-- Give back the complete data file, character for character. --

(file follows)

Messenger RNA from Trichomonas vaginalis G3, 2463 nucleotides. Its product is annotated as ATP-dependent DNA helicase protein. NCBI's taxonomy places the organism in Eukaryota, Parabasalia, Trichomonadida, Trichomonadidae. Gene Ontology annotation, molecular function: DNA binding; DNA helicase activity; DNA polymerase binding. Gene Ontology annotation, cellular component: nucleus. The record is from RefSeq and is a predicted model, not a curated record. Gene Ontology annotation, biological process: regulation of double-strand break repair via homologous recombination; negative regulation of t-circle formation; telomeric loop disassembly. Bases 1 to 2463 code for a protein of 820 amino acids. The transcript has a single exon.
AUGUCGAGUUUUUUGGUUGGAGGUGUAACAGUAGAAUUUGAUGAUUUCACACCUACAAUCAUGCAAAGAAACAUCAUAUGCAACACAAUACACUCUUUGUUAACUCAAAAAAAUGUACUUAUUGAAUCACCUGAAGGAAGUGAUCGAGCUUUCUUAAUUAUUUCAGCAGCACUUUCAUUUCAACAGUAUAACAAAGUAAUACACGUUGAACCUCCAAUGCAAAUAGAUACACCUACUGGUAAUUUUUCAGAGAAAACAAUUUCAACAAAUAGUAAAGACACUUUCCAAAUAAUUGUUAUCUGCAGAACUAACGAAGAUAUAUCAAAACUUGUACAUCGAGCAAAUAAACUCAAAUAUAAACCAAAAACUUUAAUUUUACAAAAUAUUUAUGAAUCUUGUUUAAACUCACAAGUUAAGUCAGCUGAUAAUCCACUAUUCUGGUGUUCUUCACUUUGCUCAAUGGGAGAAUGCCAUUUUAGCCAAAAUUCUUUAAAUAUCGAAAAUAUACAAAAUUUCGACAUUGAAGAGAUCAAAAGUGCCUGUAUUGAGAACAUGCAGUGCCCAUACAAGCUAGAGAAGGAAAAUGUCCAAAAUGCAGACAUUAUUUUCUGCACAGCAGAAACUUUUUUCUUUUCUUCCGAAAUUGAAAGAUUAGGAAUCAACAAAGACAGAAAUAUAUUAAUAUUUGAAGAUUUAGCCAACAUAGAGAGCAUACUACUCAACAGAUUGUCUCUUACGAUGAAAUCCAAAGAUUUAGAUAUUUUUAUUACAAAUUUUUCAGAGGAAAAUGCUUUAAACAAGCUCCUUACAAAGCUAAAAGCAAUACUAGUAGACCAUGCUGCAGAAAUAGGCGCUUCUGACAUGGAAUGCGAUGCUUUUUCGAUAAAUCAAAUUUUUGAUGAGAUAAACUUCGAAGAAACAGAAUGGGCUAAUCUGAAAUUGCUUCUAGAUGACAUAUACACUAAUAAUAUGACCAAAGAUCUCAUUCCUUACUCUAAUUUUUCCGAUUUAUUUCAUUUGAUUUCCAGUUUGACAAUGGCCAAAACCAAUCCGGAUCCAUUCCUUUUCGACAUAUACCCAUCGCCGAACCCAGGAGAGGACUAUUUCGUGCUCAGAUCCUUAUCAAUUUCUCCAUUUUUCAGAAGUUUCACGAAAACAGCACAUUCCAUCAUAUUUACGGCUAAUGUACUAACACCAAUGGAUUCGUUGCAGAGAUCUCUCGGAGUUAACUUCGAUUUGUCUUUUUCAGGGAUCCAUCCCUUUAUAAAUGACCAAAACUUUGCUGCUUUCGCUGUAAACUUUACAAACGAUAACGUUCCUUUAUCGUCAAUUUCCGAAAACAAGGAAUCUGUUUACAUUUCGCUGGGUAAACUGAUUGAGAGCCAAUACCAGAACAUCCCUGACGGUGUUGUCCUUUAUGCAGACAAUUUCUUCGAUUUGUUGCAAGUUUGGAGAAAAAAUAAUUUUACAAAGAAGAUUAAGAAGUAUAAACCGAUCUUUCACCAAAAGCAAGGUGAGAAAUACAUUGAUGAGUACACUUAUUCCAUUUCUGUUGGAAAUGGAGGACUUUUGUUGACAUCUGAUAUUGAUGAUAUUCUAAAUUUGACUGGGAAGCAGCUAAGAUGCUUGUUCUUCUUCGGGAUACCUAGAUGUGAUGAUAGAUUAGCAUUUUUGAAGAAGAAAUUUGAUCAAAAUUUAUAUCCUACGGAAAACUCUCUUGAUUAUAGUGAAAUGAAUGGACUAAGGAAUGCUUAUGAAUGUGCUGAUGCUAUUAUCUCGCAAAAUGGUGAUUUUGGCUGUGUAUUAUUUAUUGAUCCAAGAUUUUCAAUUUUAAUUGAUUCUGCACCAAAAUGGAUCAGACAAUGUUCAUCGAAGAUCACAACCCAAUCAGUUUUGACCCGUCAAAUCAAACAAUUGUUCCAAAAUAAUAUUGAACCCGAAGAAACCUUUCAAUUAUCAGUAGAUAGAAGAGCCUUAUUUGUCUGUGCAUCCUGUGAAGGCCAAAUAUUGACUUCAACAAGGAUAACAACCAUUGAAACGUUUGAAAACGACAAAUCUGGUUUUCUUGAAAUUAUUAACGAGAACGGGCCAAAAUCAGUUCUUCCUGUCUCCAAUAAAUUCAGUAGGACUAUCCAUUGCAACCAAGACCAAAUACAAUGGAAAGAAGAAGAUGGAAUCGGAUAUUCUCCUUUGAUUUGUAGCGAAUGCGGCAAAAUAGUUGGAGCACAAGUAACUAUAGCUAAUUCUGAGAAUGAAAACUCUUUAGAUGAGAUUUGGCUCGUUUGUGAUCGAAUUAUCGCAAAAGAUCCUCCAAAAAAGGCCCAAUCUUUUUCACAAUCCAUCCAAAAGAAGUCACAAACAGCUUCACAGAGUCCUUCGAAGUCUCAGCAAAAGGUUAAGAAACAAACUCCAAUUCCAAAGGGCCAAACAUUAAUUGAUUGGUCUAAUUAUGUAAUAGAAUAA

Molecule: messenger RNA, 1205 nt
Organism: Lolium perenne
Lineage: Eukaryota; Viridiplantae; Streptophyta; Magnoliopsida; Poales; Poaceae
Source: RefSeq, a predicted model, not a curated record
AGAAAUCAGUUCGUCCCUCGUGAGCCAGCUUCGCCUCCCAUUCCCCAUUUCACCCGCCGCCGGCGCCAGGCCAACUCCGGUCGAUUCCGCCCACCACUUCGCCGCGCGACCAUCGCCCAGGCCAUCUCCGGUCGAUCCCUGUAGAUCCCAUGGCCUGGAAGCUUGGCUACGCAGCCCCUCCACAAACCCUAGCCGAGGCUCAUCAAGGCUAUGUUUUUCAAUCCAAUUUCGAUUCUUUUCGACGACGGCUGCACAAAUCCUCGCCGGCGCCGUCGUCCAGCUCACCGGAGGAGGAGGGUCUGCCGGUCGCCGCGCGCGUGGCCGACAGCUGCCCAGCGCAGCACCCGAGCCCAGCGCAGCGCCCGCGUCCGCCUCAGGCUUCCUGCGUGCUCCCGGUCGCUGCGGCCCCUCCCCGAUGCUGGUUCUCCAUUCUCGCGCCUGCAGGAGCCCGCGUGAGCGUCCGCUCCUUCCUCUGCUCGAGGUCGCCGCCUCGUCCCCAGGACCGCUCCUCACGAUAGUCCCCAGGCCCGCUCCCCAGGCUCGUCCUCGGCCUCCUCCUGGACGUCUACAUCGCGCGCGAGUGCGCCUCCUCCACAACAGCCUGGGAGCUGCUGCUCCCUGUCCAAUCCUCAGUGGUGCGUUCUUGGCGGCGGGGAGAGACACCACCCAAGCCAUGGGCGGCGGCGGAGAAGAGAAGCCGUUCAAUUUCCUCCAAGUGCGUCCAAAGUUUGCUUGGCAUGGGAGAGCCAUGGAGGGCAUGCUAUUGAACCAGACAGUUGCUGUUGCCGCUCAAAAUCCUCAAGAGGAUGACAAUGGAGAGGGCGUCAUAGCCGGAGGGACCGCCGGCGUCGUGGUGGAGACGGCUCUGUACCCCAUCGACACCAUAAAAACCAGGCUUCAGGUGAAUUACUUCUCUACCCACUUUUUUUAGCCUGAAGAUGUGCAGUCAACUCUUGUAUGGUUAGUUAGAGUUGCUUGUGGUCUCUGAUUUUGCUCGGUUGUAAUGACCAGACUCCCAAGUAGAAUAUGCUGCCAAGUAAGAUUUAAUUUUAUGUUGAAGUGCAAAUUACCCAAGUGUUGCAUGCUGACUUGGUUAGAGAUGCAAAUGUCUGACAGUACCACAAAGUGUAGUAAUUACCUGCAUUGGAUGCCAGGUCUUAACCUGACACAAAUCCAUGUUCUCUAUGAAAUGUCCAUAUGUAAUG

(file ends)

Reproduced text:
Messenger RNA from Trichomonas vaginalis G3, 2463 nucleotides. Its product is annotated as ATP-dependent DNA helicase protein. NCBI's taxonomy places the organism in Eukaryota, Parabasalia, Trichomonadida, Trichomonadidae. Gene Ontology annotation, molecular function: DNA binding; DNA helicase activity; DNA polymerase binding. Gene Ontology annotation, cellular component: nucleus. The record is from RefSeq and is a predicted model, not a curated record. Gene Ontology annotation, biological process: regulation of double-strand break repair via homologous recombination; negative regulation of t-circle formation; telomeric loop disassembly. Bases 1 to 2463 code for a protein of 820 amino acids. The transcript has a single exon.
AUGUCGAGUUUUUUGGUUGGAGGUGUAACAGUAGAAUUUGAUGAUUUCACACCUACAAUCAUGCAAAGAAACAUCAUAUGCAACACAAUACACUCUUUGUUAACUCAAAAAAAUGUACUUAUUGAAUCACCUGAAGGAAGUGAUCGAGCUUUCUUAAUUAUUUCAGCAGCACUUUCAUUUCAACAGUAUAACAAAGUAAUACACGUUGAACCUCCAAUGCAAAUAGAUACACCUACUGGUAAUUUUUCAGAGAAAACAAUUUCAACAAAUAGUAAAGACACUUUCCAAAUAAUUGUUAUCUGCAGAACUAACGAAGAUAUAUCAAAACUUGUACAUCGAGCAAAUAAACUCAAAUAUAAACCAAAAACUUUAAUUUUACAAAAUAUUUAUGAAUCUUGUUUAAACUCACAAGUUAAGUCAGCUGAUAAUCCACUAUUCUGGUGUUCUUCACUUUGCUCAAUGGGAGAAUGCCAUUUUAGCCAAAAUUCUUUAAAUAUCGAAAAUAUACAAAAUUUCGACAUUGAAGAGAUCAAAAGUGCCUGUAUUGAGAACAUGCAGUGCCCAUACAAGCUAGAGAAGGAAAAUGUCCAAAAUGCAGACAUUAUUUUCUGCACAGCAGAAACUUUUUUCUUUUCUUCCGAAAUUGAAAGAUUAGGAAUCAACAAAGACAGAAAUAUAUUAAUAUUUGAAGAUUUAGCCAACAUAGAGAGCAUACUACUCAACAGAUUGUCUCUUACGAUGAAAUCCAAAGAUUUAGAUAUUUUUAUUACAAAUUUUUCAGAGGAAAAUGCUUUAAACAAGCUCCUUACAAAGCUAAAAGCAAUACUAGUAGACCAUGCUGCAGAAAUAGGCGCUUCUGACAUGGAAUGCGAUGCUUUUUCGAUAAAUCAAAUUUUUGAUGAGAUAAACUUCGAAGAAACAGAAUGGGCUAAUCUGAAAUUGCUUCUAGAUGACAUAUACACUAAUAAUAUGACCAAAGAUCUCAUUCCUUACUCUAAUUUUUCCGAUUUAUUUCAUUUGAUUUCCAGUUUGACAAUGGCCAAAACCAAUCCGGAUCCAUUCCUUUUCGACAUAUACCCAUCGCCGAACCCAGGAGAGGACUAUUUCGUGCUCAGAUCCUUAUCAAUUUCUCCAUUUUUCAGAAGUUUCACGAAAACAGCACAUUCCAUCAUAUUUACGGCUAAUGUACUAACACCAAUGGAUUCGUUGCAGAGAUCUCUCGGAGUUAACUUCGAUUUGUCUUUUUCAGGGAUCCAUCCCUUUAUAAAUGACCAAAACUUUGCUGCUUUCGCUGUAAACUUUACAAACGAUAACGUUCCUUUAUCGUCAAUUUCCGAAAACAAGGAAUCUGUUUACAUUUCGCUGGGUAAACUGAUUGAGAGCCAAUACCAGAACAUCCCUGACGGUGUUGUCCUUUAUGCAGACAAUUUCUUCGAUUUGUUGCAAGUUUGGAGAAAAAAUAAUUUUACAAAGAAGAUUAAGAAGUAUAAACCGAUCUUUCACCAAAAGCAAGGUGAGAAAUACAUUGAUGAGUACACUUAUUCCAUUUCUGUUGGAAAUGGAGGACUUUUGUUGACAUCUGAUAUUGAUGAUAUUCUAAAUUUGACUGGGAAGCAGCUAAGAUGCUUGUUCUUCUUCGGGAUACCUAGAUGUGAUGAUAGAUUAGCAUUUUUGAAGAAGAAAUUUGAUCAAAAUUUAUAUCCUACGGAAAACUCUCUUGAUUAUAGUGAAAUGAAUGGACUAAGGAAUGCUUAUGAAUGUGCUGAUGCUAUUAUCUCGCAAAAUGGUGAUUUUGGCUGUGUAUUAUUUAUUGAUCCAAGAUUUUCAAUUUUAAUUGAUUCUGCACCAAAAUGGAUCAGACAAUGUUCAUCGAAGAUCACAACCCAAUCAGUUUUGACCCGUCAAAUCAAACAAUUGUUCCAAAAUAAUAUUGAACCCGAAGAAACCUUUCAAUUAUCAGUAGAUAGAAGAGCCUUAUUUGUCUGUGCAUCCUGUGAAGGCCAAAUAUUGACUUCAACAAGGAUAACAACCAUUGAAACGUUUGAAAACGACAAAUCUGGUUUUCUUGAAAUUAUUAACGAGAACGGGCCAAAAUCAGUUCUUCCUGUCUCCAAUAAAUUCAGUAGGACUAUCCAUUGCAACCAAGACCAAAUACAAUGGAAAGAAGAAGAUGGAAUCGGAUAUUCUCCUUUGAUUUGUAGCGAAUGCGGCAAAAUAGUUGGAGCACAAGUAACUAUAGCUAAUUCUGAGAAUGAAAACUCUUUAGAUGAGAUUUGGCUCGUUUGUGAUCGAAUUAUCGCAAAAGAUCCUCCAAAAAAGGCCCAAUCUUUUUCACAAUCCAUCCAAAAGAAGUCACAAACAGCUUCACAGAGUCCUUCGAAGUCUCAGCAAAAGGUUAAGAAACAAACUCCAAUUCCAAAGGGCCAAACAUUAAUUGAUUGGUCUAAUUAUGUAAUAGAAUAA

Molecule: messenger RNA, 1205 nt
Organism: Lolium perenne
Lineage: Eukaryota; Viridiplantae; Streptophyta; Magnoliopsida; Poales; Poaceae
Source: RefSeq, a predicted model, not a curated record
AGAAAUCAGUUCGUCCCUCGUGAGCCAGCUUCGCCUCCCAUUCCCCAUUUCACCCGCCGCCGGCGCCAGGCCAACUCCGGUCGAUUCCGCCCACCACUUCGCCGCGCGACCAUCGCCCAGGCCAUCUCCGGUCGAUCCCUGUAGAUCCCAUGGCCUGGAAGCUUGGCUACGCAGCCCCUCCACAAACCCUAGCCGAGGCUCAUCAAGGCUAUGUUUUUCAAUCCAAUUUCGAUUCUUUUCGACGACGGCUGCACAAAUCCUCGCCGGCGCCGUCGUCCAGCUCACCGGAGGAGGAGGGUCUGCCGGUCGCCGCGCGCGUGGCCGACAGCUGCCCAGCGCAGCACCCGAGCCCAGCGCAGCGCCCGCGUCCGCCUCAGGCUUCCUGCGUGCUCCCGGUCGCUGCGGCCCCUCCCCGAUGCUGGUUCUCCAUUCUCGCGCCUGCAGGAGCCCGCGUGAGCGUCCGCUCCUUCCUCUGCUCGAGGUCGCCGCCUCGUCCCCAGGACCGCUCCUCACGAUAGUCCCCAGGCCCGCUCCCCAGGCUCGUCCUCGGCCUCCUCCUGGACGUCUACAUCGCGCGCGAGUGCGCCUCCUCCACAACAGCCUGGGAGCUGCUGCUCCCUGUCCAAUCCUCAGUGGUGCGUUCUUGGCGGCGGGGAGAGACACCACCCAAGCCAUGGGCGGCGGCGGAGAAGAGAAGCCGUUCAAUUUCCUCCAAGUGCGUCCAAAGUUUGCUUGGCAUGGGAGAGCCAUGGAGGGCAUGCUAUUGAACCAGACAGUUGCUGUUGCCGCUCAAAAUCCUCAAGAGGAUGACAAUGGAGAGGGCGUCAUAGCCGGAGGGACCGCCGGCGUCGUGGUGGAGACGGCUCUGUACCCCAUCGACACCAUAAAAACCAGGCUUCAGGUGAAUUACUUCUCUACCCACUUUUUUUAGCCUGAAGAUGUGCAGUCAACUCUUGUAUGGUUAGUUAGAGUUGCUUGUGGUCUCUGAUUUUGCUCGGUUGUAAUGACCAGACUCCCAAGUAGAAUAUGCUGCCAAGUAAGAUUUAAUUUUAUGUUGAAGUGCAAAUUACCCAAGUGUUGCAUGCUGACUUGGUUAGAGAUGCAAAUGUCUGACAGUACCACAAAGUGUAGUAAUUACCUGCAUUGGAUGCCAGGUCUUAACCUGACACAAAUCCAUGUUCUCUAUGAAAUGUCCAUAUGUAAUG